- “Feds Say It’ll Take Up To 90 Days to Approve New Mask-Making Facilities” [Christian Britschgi, Reason] “America Could Import Countless More Face Masks if Federal Regulators Would Get Out of the Way” [Eric Boehm] Reversing course, FDA agrees to permit wider use of a system developed by Battelle for sterilizing specialized masks worn by front-line health workers [Rachel Roubein, Politico] In the face of mounting criticism, federal Centers for Disease Control may reconsider guidance discouraging general public from wearing face masks [Joel Achenbach, Washington Post]
- What would we do without the FDA? “FDA Tells At-Home Diagnostics Companies To Stop Coronavirus Test Roll-Outs; The companies are complying. Customers won’t get their results and are being told to destroy their test kits.” [Ronald Bailey, Reason] Small favors: FDA “is easing up on some regulations so that ventilators can be manufactured and implemented more quickly” to respond to crisis [Scott Shackford]
- And the same continued: “The idea to expand testing of drugs and other medical therapies was strongly opposed by the FDA’s senior scientists this week, the official said, and represented the most notable conflict between the FDA and the White House in recent memory.” [Tyler Cowen] “FDA Shouldn’t Keep Safe Drugs off the Market” [David Henderson]
- Off-label or no, “the FDA granted an emergency authorization request to make chloroquine and hydroxychloroquine available from the Strategic National Stockpile (SNS), the federally operated supply of medical equipment and pharmaceuticals for use in public health emergencies.” [Naomi Lopez and Christina Sandefur, In Defense of Liberty (Goldwater Institute); Ronald Bailey; Jim Beck; earlier on off-label prescribing here, etc.] Switch of beverage alcohol firms to making hand sanitizer was advanced by waivers from FDA and Alcohol and Tobacco Tax and Trade Bureau [Jeffrey Miron and Erin Partin]
- Needless face-to-face consults avoided: “Health Canada Sets A Good Example By Relaxing Opioid Prescribing Rules During COVID-19 Pandemic” [Jeffrey Singer, Cato] Some moves in the right direction in the U.S. too [Singer]
- Even the New Jersey courts aren’t buying the ambitious theory of “fourth-party payor liability,” in which a plaintiff who never “claimed to have used the product, paid for the product, acquired the product, or had any interaction with the product (or its alleged manufacturers) in any way” nonetheless sues them for supposedly driving up health insurance costs [James Beck, Drug & Device Law]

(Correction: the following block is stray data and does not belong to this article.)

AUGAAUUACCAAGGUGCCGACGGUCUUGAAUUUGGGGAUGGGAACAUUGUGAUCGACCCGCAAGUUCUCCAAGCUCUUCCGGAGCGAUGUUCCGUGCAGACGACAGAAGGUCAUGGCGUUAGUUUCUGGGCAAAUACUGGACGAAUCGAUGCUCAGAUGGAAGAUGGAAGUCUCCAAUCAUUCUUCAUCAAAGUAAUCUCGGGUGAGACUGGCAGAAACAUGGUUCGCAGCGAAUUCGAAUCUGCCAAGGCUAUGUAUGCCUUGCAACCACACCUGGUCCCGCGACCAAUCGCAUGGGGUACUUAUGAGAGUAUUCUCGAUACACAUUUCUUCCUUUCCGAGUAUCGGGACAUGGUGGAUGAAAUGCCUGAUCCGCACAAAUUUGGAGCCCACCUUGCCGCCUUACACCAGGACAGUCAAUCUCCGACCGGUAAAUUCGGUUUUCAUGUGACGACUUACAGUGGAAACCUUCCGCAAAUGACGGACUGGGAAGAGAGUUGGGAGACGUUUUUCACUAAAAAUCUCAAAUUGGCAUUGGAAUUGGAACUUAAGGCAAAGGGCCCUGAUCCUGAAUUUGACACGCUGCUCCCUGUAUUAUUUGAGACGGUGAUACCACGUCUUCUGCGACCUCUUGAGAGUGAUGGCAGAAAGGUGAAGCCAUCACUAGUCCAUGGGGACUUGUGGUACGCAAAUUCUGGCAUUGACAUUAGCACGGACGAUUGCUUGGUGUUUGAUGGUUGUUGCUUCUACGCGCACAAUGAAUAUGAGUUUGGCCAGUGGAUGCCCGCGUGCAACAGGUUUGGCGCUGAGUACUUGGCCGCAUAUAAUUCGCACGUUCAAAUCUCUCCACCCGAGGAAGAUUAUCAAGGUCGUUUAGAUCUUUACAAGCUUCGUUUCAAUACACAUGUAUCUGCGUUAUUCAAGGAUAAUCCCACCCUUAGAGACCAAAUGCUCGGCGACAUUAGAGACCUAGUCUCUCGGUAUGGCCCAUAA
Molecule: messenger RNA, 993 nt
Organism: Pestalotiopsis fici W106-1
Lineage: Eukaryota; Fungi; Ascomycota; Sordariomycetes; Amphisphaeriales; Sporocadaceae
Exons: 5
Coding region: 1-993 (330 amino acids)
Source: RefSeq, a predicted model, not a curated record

- Heartburn drug: “Trial lawyers start search for next big mass tort, increase Zantac ads by more than 1,000%” [John O’Brien, Chamber-backed Legal Newsline]
Is it questionable and suspicious for doctors to administer a medication that has not been proved effective for the use in question? Nope. It’s perfectly normal. I explain “off-label prescribing” in a new opinion piece at the Washington Examiner, the news hook being the recent flap about chloroquine/hydroxychloroquine as possible treatments for COVID-19. A related Twitter thread is here as well as here, and here’s our earlier coverage of off-label prescribing.
Also related, this recent line from Scott Alexander is so apt: “Just like the legal term for ‘not proven guilty beyond a reasonable doubt’ is ‘not guilty’, the medical communication term for ‘not proven effective beyond a reasonable doubt’ is ‘not effective'”.
- “A federal judge has ordered the nation’s leading pharmacy chains to turn over billions of nationwide prescription records going back 14 years – even as the American Civil Liberties Union and some states attack similar requests by the government as overbroad and an invasion of privacy.” [Daniel Fisher, Legal NewsLine] “Without evidence and unable to make public nuisance argument, Delaware’s opioid claims against Walgreens fail” [same] “Oklahoma Opioid Ruling: Another Instance of Improper Judicial Governance Through Public Nuisance Litigation” [Eric Lasker and Jessica Lu, Washington Legal Foundation, earlier]
- “Merck v. HHS tests the limits of the federal government’s ability to control and compel commercial speech” [Ilya Shapiro and Dennis Garcia on Cato amicus brief in D.C. Circuit raising First Amendment issues]
- Let’s try correcting the New York Times on drug pricing. Where to begin? [Molly Ratty, Popehat]
- “Court Strikes Down NECC Convictions [New England Compounding Center] for Vagueness” [Stephen McConnell, Drug & Device Law]
- Defense perspective: the ten worst and best prescription drug and medical device decisions of 2019 [Jim Beck, Drug & Device Law]
- “If there are people out there with no options and they have terrible diseases, we are going to get those drugs to them as fast as feasible.” FDA approving potential breakthrough drugs more speedily [Michelle Fay Cortez and Cristin Flanagan, Bloomberg/MSN; related, Alex Tabarrok]
- Lenawee County, Mich. authorities have posted condemnation notices on Old Order Amish farmhouses over their use of outhouses rather than modern septic systems as required by code. Dispute now heading for court [Tom Henry, Toledo Blade]